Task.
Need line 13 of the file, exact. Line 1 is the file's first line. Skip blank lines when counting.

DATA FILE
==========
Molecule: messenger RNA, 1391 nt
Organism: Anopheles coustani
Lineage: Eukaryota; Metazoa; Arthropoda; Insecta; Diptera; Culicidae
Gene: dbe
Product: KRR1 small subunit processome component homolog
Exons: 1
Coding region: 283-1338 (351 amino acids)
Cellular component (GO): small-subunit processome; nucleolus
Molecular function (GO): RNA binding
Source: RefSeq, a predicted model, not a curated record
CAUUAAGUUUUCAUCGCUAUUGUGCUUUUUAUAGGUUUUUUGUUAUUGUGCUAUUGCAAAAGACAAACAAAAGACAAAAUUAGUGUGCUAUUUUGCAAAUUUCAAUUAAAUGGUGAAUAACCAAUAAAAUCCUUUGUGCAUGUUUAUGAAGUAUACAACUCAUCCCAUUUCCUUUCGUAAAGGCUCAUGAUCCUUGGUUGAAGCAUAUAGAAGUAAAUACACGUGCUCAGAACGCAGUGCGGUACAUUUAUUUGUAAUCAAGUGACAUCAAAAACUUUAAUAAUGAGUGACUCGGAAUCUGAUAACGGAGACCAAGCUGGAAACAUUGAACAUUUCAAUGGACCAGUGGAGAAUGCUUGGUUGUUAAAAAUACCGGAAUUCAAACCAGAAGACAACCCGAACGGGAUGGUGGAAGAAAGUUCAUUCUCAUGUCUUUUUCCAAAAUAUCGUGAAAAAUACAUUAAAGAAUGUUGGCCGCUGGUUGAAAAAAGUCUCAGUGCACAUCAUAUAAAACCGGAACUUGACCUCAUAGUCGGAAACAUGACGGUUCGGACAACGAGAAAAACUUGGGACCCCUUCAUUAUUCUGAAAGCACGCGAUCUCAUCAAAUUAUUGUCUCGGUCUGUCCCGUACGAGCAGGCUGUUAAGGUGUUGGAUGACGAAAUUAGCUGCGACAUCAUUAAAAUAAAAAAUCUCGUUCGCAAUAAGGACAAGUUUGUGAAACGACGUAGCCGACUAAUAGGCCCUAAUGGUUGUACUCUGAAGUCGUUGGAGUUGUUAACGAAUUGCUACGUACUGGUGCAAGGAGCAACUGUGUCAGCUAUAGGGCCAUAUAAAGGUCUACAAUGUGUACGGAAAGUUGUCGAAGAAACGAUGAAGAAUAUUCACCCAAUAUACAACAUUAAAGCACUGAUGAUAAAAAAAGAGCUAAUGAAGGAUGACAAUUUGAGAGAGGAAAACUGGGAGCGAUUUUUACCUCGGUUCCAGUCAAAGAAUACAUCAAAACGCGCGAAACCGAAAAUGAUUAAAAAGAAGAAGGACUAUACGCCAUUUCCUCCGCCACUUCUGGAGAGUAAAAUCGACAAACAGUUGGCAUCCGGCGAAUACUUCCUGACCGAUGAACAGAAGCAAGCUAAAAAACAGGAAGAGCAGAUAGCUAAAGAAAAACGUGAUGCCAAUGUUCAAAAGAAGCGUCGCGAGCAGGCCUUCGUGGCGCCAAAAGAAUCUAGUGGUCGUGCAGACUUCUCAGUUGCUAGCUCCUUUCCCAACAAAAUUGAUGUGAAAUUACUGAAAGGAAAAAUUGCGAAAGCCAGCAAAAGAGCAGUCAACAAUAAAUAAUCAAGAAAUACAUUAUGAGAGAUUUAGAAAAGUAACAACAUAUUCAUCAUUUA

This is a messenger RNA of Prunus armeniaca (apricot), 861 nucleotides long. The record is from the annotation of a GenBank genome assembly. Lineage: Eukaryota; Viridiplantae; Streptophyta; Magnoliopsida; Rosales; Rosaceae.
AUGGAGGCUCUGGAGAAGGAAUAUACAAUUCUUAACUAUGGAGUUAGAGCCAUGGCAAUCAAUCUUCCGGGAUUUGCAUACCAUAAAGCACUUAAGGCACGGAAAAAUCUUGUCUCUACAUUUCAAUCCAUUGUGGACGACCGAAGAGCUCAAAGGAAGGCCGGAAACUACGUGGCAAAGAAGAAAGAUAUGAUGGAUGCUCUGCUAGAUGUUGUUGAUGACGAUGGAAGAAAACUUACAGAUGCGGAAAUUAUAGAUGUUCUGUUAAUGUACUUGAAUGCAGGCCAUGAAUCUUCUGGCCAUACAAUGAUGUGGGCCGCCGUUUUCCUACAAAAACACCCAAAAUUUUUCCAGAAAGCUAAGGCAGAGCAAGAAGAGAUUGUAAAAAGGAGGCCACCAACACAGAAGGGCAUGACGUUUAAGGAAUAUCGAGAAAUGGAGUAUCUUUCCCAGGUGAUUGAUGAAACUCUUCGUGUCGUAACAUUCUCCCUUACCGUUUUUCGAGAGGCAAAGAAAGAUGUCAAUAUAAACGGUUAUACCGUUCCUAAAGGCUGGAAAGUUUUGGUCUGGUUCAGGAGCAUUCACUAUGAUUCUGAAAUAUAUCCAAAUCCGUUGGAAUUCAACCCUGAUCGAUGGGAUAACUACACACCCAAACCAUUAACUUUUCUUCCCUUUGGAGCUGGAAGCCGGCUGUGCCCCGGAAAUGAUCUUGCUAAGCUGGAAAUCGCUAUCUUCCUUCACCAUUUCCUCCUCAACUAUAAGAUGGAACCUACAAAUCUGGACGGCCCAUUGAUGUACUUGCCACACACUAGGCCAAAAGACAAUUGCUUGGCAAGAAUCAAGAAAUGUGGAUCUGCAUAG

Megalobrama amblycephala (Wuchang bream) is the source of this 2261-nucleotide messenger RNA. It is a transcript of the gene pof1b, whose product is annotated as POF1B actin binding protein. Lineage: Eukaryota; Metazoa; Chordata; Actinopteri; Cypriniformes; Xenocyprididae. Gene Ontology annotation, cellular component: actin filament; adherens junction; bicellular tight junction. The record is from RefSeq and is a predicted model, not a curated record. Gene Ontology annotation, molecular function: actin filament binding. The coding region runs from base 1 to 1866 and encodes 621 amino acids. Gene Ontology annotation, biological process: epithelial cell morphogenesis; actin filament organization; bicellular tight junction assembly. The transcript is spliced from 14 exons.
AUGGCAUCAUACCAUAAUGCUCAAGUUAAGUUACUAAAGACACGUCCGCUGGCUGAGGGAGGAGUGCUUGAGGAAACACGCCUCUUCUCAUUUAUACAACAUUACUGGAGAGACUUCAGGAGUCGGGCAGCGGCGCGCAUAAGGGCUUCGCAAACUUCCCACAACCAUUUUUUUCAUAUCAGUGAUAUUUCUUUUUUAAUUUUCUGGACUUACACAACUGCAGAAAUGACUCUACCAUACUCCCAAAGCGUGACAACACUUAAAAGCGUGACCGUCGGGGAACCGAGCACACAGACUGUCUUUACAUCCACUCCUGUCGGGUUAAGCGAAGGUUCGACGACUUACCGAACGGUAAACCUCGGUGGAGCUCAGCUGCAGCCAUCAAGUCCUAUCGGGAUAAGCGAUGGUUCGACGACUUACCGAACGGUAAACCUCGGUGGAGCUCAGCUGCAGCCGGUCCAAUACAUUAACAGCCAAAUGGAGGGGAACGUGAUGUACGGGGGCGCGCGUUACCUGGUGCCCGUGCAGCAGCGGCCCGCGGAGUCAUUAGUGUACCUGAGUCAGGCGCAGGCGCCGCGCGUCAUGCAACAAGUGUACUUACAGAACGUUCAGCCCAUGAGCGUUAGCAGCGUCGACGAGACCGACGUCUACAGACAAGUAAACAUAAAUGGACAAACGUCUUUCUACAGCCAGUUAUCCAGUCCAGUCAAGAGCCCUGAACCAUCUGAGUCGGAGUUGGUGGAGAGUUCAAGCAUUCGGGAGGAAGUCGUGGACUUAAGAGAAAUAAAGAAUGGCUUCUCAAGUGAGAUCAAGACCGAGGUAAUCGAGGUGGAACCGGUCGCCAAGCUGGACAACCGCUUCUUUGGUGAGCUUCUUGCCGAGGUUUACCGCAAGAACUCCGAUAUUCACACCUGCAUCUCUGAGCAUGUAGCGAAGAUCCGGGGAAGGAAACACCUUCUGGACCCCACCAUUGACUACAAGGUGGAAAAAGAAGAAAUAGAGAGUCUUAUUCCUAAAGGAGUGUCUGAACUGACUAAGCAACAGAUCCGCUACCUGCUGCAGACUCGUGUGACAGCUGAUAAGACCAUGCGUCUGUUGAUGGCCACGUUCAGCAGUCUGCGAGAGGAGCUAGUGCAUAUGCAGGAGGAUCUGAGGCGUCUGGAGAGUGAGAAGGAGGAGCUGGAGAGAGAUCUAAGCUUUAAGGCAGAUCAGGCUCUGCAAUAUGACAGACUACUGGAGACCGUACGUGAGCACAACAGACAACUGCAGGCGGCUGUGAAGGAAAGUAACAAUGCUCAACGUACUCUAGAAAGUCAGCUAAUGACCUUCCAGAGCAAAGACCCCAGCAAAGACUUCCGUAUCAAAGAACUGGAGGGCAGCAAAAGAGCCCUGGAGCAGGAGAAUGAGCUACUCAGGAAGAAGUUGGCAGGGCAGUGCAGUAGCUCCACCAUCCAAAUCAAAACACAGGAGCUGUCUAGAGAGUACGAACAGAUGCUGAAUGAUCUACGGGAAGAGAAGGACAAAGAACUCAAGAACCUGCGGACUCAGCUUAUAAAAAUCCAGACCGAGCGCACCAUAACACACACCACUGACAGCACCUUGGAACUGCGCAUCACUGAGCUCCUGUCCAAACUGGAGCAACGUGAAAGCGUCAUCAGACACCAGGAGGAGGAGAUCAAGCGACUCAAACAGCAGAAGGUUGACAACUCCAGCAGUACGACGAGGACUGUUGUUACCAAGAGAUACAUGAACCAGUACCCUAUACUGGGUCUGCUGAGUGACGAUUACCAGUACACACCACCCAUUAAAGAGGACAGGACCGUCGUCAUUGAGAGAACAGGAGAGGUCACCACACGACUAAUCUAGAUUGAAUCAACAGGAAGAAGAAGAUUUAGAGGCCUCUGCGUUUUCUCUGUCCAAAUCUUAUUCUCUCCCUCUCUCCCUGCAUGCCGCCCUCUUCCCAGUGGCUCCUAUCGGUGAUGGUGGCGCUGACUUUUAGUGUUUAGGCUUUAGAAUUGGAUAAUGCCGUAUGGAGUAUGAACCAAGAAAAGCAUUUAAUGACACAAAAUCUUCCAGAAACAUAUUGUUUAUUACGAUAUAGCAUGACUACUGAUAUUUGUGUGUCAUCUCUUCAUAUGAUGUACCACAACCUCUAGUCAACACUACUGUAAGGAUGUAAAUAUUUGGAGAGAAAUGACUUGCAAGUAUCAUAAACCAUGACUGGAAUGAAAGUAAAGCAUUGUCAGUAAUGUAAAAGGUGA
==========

AUGGAGGCUCUGGAGAAGGAAUAUACAAUUCUUAACUAUGGAGUUAGAGCCAUGGCAAUCAAUCUUCCGGGAUUUGCAUACCAUAAAGCACUUAAGGCACGGAAAAAUCUUGUCUCUACAUUUCAAUCCAUUGUGGACGACCGAAGAGCUCAAAGGAAGGCCGGAAACUACGUGGCAAAGAAGAAAGAUAUGAUGGAUGCUCUGCUAGAUGUUGUUGAUGACGAUGGAAGAAAACUUACAGAUGCGGAAAUUAUAGAUGUUCUGUUAAUGUACUUGAAUGCAGGCCAUGAAUCUUCUGGCCAUACAAUGAUGUGGGCCGCCGUUUUCCUACAAAAACACCCAAAAUUUUUCCAGAAAGCUAAGGCAGAGCAAGAAGAGAUUGUAAAAAGGAGGCCACCAACACAGAAGGGCAUGACGUUUAAGGAAUAUCGAGAAAUGGAGUAUCUUUCCCAGGUGAUUGAUGAAACUCUUCGUGUCGUAACAUUCUCCCUUACCGUUUUUCGAGAGGCAAAGAAAGAUGUCAAUAUAAACGGUUAUACCGUUCCUAAAGGCUGGAAAGUUUUGGUCUGGUUCAGGAGCAUUCACUAUGAUUCUGAAAUAUAUCCAAAUCCGUUGGAAUUCAACCCUGAUCGAUGGGAUAACUACACACCCAAACCAUUAACUUUUCUUCCCUUUGGAGCUGGAAGCCGGCUGUGCCCCGGAAAUGAUCUUGCUAAGCUGGAAAUCGCUAUCUUCCUUCACCAUUUCCUCCUCAACUAUAAGAUGGAACCUACAAAUCUGGACGGCCCAUUGAUGUACUUGCCACACACUAGGCCAAAAGACAAUUGCUUGGCAAGAAUCAAGAAAUGUGGAUCUGCAUAG